Many individuals spend substantial and consequential amounts of time getting to, waiting for, and traveling in vehicles. The individuals use public transportation networks, such as buses, trains, and airplanes; ride-sharing services such as Uber™ and Lyft™; personal vehicles; and car sharing services such as Zipcar™; to travel among various destinations. Travel times include daily commutes to and from the office, taking the kids to school, soccer practice, and piano lessons, taking the pets to the veterinary, shopping, running errands, traveling for business or vacation, and the many other common activities that require transportation. Individuals meet their transportation needs by using a variety of vehicles. The choice of vehicles available typically depends on where people live. The vehicles can range from cars and motorcycles, to buses, trains, and subways, to ride and ride sharing services, and even to unmotorized vehicles such as bicycles, skateboards, or scooters. Traveling is time consuming at its best, and loathsome, frustrating, irritating, and stressful at its worst. Rush hour traffic or accidents; inexperienced, incompetent, impaired, or dangerous vehicle operators; and poorly maintained roads, further complicate vehicular transportation. The difficulties of transportation are further compounded by operating an unfamiliar vehicle, driving in an unfamiliar city, navigating an unfamiliar public transportation network, and even by having to remember to drive on the opposite side of the road. These transportation challenges can have catastrophic consequences. Irritated operators of vehicles can experience road rage and other antisocial behaviors, while bored, sleepy, tired, impaired, distracted, or inattentive drivers can cause vehicular accidents and injury to themselves, pedestrians, bicyclists, animals, and property.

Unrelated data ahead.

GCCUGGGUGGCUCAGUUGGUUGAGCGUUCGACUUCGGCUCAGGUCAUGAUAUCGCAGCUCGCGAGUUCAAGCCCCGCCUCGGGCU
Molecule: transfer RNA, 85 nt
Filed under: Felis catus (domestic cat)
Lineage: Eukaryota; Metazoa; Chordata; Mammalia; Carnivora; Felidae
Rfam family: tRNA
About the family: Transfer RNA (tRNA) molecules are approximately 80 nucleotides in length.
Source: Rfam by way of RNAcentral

Transportation generally, and urban transportation specifically, present very difficult design, financial, and management problems that can directly impact travelers. Heavily congested surface roads and highways, and deplorably insufficient parking, each directly influence the cognitive or mental states, moods, and emotions of travelers. The congested roadways cause significantly longer and more dangerous commutes, while the lack of available parking increases the amount of time wasted looking for a place to leave a vehicle. Public transportation, if even available to the traveler at her location, presents challenges of its own, such as overfilled buses, trains, and subways during commuting hours, and underused routes due to lack of interest, poor planning, and other factors. The increased use of bicycles through bicycle-sharing services presents its own further challenges. Challenging or dangerous situations arise when vehicles and bicycles share overfilled roadways that were not originally designed for multi-use scenarios. While vehicle operators and passengers may not be directly involved in the management and financing of transportation systems, those operators directly experience and suffer from the frustration and annoyance of using the transportation systems, all while carrying the tax burden of paying to build, operate, maintain, and upgrade those systems.

SUMMARY